Thursday, March 3, 2011

Spring Rerun

We've been struck by illness, and I'm a single mom playing catchup. Yik! Hats off to you full-time single parents out there.

Almost exactly a year ago, I posted the following. It's new to most of you, but it's a little "About Me" for your weekend enjoyment. I'm behind on my rounds, but I'm on my way.

Until then, have a great weekend. Til Monday~ <3
* * *

I was jogging this morning, and it was so nice. The Bradford pears and Japanese magnolias were blooming and it was 60 degrees outside. Wow.

There were still little bursts of dead leaves that would rain down every so often while I ran, and it made me think of my first boss as an editor at LSU, Susan Rogers. She was a neat lady. 

Susan was Irish. Actually, she was Jewish, but she was born in Ireland and then raised in London. Very multicultural. 

Still, she had this great British accent and she was extremely refined. She had a little teapot, and she liked to observe tea time. She said it was important to pause and reflect at some point every day.

She taught me to write sentences that began with "would you please" and ended with "thank you" in the letters I sent back to professors with their edited manuscripts. 

(Rather than "do this" and "do that" and "explain this" and "you stopped using English here.")

Susan also used fun catch phrases such as "we live in hope" and "keep calm." (Yes, there were times when those catch phrases were needed.)

Our offices were in Prescott Hall right next to the offices for this government program Law Enforcement Online (LEO). I never was quite sure what LEO did--busted hackers? Used satellites to track spies?

I did know we weren't supposed to go through their double-glass doors for security reasons. But the hall bathroom was just on the other side of their little suite of offices, so we ignored that rule. Sorry, federal government.

The lady in charge of LEO was this obnoxious redhead. She liked to stand in the hall and have loud conversations with her underlings who were in their offices. Her yelling typically involved lots of cursing, and it drove Susan nuts.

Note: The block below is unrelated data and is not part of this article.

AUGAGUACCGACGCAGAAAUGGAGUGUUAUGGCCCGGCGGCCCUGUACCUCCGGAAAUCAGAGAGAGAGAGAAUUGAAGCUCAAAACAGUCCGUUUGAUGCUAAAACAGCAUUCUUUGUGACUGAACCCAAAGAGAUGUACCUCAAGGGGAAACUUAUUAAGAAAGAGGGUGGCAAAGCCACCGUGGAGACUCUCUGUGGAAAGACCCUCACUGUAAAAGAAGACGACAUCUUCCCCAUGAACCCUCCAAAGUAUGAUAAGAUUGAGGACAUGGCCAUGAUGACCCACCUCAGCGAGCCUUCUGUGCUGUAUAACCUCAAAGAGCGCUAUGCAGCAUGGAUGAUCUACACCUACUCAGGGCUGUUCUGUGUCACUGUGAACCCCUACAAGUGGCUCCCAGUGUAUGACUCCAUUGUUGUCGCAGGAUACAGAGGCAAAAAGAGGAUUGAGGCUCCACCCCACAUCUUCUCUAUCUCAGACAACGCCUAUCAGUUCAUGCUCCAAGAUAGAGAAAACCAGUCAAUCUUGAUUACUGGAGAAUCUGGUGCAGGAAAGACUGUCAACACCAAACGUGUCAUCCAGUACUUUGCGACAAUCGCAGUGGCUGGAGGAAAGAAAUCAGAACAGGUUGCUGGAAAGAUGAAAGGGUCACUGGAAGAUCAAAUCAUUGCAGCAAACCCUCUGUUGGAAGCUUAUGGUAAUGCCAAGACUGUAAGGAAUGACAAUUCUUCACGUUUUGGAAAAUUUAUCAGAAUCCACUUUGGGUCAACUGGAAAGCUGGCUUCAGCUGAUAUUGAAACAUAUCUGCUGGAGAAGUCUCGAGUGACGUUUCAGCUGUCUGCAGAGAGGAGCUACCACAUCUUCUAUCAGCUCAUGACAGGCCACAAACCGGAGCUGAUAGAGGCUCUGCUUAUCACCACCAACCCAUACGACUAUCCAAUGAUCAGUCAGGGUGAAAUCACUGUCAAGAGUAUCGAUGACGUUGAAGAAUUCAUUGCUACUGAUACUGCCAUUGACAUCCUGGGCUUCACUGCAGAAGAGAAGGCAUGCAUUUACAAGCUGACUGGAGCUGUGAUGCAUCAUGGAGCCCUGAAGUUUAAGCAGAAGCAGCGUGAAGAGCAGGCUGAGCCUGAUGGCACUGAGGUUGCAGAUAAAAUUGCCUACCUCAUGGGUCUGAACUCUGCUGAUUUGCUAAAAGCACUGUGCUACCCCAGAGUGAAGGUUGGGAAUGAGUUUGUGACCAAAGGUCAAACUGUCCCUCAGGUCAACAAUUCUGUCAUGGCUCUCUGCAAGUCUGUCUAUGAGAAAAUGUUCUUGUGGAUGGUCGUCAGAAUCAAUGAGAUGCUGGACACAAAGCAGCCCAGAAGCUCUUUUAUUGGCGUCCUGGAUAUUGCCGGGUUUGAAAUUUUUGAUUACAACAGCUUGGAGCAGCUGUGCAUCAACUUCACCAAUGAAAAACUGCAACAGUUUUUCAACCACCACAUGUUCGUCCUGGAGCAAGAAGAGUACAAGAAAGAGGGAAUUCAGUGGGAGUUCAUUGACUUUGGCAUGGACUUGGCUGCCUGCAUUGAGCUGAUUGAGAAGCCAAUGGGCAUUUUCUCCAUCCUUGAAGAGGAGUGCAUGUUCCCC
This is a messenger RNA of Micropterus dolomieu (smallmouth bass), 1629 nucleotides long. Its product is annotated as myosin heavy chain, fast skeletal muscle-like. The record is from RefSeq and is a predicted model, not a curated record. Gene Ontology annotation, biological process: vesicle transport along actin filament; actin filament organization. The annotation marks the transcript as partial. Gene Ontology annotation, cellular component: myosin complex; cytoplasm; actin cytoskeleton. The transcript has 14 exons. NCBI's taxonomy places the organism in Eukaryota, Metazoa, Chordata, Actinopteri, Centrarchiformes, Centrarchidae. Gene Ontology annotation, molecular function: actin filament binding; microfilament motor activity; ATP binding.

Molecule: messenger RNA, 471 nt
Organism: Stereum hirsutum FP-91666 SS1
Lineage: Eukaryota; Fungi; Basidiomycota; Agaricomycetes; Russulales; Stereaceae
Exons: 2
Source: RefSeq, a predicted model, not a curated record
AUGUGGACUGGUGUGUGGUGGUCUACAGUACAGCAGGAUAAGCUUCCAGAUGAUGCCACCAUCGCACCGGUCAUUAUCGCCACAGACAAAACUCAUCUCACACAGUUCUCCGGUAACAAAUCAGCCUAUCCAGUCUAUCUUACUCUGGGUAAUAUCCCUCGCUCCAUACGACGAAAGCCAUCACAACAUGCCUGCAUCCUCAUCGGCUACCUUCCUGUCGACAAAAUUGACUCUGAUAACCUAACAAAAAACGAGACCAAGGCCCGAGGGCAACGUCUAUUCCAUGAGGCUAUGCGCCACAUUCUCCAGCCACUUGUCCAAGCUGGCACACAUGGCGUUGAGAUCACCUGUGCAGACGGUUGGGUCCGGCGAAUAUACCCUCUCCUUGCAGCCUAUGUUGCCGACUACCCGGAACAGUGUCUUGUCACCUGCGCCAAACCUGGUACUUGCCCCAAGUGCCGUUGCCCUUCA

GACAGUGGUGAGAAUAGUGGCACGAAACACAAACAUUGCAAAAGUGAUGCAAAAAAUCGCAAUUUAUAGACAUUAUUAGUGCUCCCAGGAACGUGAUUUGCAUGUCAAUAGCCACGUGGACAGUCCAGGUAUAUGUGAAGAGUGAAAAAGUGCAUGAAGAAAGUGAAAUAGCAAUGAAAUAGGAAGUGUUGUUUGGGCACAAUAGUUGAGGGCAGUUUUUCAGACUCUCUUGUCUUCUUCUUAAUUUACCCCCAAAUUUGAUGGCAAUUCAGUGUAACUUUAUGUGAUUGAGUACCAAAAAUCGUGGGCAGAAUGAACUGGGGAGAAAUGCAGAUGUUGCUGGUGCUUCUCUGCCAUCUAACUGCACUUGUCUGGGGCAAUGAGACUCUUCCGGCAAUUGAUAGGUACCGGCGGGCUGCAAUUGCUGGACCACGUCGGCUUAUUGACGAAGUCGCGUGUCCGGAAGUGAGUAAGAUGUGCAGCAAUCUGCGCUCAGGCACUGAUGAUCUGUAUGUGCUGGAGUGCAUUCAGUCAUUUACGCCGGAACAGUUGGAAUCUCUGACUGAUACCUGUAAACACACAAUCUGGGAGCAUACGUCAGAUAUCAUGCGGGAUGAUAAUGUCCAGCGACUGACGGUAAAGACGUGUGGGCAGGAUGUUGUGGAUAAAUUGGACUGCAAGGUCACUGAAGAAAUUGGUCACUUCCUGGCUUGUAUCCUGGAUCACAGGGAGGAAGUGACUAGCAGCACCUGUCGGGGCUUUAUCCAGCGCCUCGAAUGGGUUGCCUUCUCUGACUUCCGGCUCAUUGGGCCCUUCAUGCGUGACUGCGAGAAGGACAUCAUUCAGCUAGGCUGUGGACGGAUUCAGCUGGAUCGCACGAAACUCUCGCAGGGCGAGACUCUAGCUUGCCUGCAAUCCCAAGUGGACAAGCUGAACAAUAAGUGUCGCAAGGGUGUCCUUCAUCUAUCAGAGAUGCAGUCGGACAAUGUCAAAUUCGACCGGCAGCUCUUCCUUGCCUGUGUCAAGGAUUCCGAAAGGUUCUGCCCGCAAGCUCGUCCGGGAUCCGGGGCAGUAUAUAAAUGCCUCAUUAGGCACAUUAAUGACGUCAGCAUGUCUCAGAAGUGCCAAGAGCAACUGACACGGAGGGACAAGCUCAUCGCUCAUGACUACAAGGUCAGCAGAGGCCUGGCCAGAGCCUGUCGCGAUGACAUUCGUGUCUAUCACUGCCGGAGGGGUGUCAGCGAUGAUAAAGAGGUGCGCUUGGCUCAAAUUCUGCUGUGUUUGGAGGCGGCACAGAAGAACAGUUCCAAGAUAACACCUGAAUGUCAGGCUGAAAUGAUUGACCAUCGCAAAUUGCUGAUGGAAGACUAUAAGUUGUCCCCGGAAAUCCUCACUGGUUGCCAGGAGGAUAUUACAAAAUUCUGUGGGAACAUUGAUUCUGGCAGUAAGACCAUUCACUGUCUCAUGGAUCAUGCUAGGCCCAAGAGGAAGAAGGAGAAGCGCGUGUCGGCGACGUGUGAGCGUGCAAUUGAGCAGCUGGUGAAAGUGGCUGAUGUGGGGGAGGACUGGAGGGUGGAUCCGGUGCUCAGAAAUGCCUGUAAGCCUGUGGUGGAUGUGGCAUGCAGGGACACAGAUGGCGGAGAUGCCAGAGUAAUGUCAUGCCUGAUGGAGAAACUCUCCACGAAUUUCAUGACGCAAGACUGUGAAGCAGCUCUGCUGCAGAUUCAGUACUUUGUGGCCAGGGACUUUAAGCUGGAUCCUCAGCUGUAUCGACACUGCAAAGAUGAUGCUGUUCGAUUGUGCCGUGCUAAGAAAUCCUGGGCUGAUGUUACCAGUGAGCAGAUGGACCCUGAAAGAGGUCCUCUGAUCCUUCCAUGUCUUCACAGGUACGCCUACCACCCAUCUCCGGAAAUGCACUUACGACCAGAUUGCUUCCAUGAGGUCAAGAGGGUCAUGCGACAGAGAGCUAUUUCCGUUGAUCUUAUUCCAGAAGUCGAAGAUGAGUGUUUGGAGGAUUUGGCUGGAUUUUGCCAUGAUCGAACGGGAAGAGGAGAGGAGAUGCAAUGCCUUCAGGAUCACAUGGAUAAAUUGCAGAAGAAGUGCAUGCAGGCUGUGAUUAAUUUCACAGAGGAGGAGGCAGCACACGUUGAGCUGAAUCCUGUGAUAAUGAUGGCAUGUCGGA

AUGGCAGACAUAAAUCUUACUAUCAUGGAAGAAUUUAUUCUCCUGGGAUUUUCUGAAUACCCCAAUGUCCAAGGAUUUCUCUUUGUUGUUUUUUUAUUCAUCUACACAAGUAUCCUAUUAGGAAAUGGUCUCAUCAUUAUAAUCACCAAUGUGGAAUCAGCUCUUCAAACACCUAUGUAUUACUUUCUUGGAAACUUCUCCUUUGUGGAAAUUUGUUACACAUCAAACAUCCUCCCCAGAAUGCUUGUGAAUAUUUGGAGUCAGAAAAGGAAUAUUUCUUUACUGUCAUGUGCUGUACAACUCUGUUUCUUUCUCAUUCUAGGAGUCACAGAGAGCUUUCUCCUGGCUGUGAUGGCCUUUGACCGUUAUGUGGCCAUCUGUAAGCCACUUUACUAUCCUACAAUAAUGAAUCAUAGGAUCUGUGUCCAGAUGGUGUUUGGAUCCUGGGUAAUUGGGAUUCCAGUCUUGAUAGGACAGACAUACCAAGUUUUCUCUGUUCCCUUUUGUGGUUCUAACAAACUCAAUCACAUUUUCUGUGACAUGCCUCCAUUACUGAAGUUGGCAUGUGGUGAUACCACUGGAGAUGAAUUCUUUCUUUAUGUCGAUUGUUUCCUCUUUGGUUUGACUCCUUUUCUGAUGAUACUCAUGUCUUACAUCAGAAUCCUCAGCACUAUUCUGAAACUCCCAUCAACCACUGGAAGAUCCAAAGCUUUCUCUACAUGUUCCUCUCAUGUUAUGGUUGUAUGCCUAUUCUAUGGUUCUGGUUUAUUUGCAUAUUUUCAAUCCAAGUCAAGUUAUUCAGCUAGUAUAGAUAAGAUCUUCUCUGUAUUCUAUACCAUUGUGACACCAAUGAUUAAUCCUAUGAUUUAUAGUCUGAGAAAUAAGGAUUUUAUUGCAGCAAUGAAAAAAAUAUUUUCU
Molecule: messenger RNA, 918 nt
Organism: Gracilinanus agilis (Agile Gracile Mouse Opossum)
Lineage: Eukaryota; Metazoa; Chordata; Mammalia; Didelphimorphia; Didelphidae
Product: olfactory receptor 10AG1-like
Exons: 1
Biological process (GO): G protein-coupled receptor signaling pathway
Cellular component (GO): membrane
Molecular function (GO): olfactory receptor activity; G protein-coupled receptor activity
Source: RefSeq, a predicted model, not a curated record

The redhead drove me nuts because every day after lunch she would go in the bathroom in her office and spray the crap out of her hair.

The building where we worked had been a dorm in a past life, so the bathroom of this woman's office was connected to my office, but the door had been sealed shut. (I'm sure to keep me from going postal on them.) 

The only problem was it wasn't airtight, so after she finished her grooming, my office was awash in Aquanet. 

I would seriously have to stand at my door and fan out the hairspray. Rex Rose, my first graduate assistant got the brilliant idea of using clear packing tape to seal all the cracks around the door. It actually worked. 

Oh, if only he weren't better at editing the manuscripts I gave him. He was actually pretty terrible. Susan was always calm and rational, but once he provoked her to say "bugger." That was So. Funny.

Susan had a daughter Rosie and an autistic son Seamus. Rosie called the office once and I answered the phone. Our conversation went like this:

Rosie: Is my mom there?
LTM: She's not in the office. Is everything OK?
Rosie: Keep calm.
LTM: Ooo-kaay... What's wrong?
Rosie: There may or may not be peacocks in our yard, and Seamus may or may not be chasing them.
LTM: (Well, which is it?)

That situation worked itself out. Seems their neighbors kept peacocks. Baton Rouge is also a quirky place to live if I haven't already mentioned it.

Seamus didn't talk and he wasn't toilet trained. He was also nine years old, and quite a handful. Some days Susan had to call in sick because he'd been up all night. She was a single mom. Her jerk husband had left her after they found out Seamus was autistic. 

I say "jerk" because she implied that he blamed her for their son's condition. Seems that used to be the school of thought--autism was somehow the mother's fault. Jerks.

But Susan was always so upbeat and positive, and the few conferences we attended together were a blast. She was a lot of fun, and I admired her very much. 

The reason I was thinking of her today was because she taught me to catch leaves. 

Susan had lots of fun Irish folklore, and supposedly if you catch a falling leaf, it's very good luck. I managed to do it once when we worked together. I caught my leaf and then tossed it aside. Susan later informed me I had thrown my luck away. (You're supposed to keep it, silly!)

Catching leaves is hard. If you try it, be sure you've got an open, flat space to practice. Looking up and runing around is a great way to get hurt. 

This morning when I was jogging I caught a leaf. I smiled and thought of Susan. She moved back to a little village in England several years ago. I like to imagine those guys are doing great, having fun, enjoying life, observing tea time. Rosie would be grown now.